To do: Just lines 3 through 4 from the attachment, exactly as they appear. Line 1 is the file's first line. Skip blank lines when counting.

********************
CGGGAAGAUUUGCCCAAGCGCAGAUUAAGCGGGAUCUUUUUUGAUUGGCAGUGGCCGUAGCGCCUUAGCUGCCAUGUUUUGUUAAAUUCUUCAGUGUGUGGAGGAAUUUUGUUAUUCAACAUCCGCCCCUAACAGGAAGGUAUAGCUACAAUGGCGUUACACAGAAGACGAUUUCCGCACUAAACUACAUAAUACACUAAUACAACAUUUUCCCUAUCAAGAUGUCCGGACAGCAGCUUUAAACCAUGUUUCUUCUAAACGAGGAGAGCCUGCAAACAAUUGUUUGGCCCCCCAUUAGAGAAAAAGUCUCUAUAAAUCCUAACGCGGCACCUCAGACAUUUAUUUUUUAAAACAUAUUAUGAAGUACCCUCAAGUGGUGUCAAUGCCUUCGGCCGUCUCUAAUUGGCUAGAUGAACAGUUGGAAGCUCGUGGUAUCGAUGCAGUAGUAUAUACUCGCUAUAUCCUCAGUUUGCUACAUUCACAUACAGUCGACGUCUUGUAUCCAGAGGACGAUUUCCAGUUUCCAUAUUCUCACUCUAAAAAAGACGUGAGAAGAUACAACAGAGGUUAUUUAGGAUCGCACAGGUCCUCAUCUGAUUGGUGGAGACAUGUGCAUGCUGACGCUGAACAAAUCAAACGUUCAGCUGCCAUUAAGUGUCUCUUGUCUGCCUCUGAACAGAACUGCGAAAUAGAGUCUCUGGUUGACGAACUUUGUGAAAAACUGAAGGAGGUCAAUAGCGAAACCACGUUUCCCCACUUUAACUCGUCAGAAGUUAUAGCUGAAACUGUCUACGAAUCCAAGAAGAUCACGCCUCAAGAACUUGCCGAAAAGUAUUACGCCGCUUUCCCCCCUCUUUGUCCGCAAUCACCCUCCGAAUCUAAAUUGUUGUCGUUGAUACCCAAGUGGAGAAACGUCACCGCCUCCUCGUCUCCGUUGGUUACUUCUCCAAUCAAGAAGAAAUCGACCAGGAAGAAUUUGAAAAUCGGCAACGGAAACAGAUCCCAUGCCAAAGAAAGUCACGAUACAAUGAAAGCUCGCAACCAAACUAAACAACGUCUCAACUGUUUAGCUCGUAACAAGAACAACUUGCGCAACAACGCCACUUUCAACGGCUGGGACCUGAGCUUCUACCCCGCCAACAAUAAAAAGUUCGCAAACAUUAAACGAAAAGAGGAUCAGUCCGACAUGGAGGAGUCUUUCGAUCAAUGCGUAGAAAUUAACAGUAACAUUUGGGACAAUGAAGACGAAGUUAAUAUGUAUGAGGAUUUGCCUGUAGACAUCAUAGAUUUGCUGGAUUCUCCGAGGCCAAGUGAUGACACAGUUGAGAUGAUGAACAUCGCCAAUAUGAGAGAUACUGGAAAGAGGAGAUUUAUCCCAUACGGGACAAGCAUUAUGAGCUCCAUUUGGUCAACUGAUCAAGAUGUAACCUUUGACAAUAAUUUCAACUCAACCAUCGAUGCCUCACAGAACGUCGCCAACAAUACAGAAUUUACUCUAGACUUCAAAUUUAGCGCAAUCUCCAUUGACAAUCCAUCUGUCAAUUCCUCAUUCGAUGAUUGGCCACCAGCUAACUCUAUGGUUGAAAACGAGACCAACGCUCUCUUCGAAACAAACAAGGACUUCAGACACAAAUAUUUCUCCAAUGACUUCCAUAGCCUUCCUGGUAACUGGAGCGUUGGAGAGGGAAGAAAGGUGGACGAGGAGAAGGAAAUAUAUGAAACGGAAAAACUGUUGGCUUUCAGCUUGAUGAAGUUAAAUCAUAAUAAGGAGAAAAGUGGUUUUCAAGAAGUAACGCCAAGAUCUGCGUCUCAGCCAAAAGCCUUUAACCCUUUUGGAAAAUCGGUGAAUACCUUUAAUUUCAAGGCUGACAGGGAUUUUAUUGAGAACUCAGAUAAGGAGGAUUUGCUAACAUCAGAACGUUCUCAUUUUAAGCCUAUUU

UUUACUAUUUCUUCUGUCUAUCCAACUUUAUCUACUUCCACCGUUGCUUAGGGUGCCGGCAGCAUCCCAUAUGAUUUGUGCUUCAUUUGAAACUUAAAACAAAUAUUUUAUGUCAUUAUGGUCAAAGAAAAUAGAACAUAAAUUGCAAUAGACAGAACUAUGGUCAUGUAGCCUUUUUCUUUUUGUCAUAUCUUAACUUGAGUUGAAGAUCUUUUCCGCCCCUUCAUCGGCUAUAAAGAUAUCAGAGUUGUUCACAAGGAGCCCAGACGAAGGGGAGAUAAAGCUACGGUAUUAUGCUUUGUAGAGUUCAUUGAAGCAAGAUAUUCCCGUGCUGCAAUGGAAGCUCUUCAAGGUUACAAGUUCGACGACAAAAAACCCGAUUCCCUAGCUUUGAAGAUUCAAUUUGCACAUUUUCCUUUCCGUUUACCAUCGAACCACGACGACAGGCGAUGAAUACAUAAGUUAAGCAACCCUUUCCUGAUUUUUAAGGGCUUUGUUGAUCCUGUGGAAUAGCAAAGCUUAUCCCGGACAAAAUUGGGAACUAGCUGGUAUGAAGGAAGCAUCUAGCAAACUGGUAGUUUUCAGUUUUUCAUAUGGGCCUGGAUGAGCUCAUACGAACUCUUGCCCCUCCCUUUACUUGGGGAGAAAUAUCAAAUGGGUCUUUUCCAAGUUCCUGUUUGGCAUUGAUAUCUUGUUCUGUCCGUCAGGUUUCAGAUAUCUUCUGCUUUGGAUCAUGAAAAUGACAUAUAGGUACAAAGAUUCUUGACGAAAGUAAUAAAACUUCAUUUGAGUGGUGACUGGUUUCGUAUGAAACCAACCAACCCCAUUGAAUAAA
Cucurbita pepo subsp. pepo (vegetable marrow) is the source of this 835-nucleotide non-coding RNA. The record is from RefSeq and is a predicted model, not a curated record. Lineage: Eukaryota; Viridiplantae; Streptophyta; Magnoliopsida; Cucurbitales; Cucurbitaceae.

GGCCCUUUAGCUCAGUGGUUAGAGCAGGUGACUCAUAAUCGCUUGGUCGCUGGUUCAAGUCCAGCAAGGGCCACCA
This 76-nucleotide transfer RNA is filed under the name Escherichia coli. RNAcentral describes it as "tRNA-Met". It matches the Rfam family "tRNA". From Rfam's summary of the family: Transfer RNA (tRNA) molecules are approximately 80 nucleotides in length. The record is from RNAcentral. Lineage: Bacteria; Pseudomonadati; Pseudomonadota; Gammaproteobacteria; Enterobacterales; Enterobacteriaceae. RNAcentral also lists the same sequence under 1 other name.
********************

Cucurbita pepo subsp. pepo (vegetable marrow) is the source of this 835-nucleotide non-coding RNA. The record is from RefSeq and is a predicted model, not a curated record. Lineage: Eukaryota; Viridiplantae; Streptophyta; Magnoliopsida; Cucurbitales; Cucurbitaceae.

GGCCCUUUAGCUCAGUGGUUAGAGCAGGUGACUCAUAAUCGCUUGGUCGCUGGUUCAAGUCCAGCAAGGGCCACCA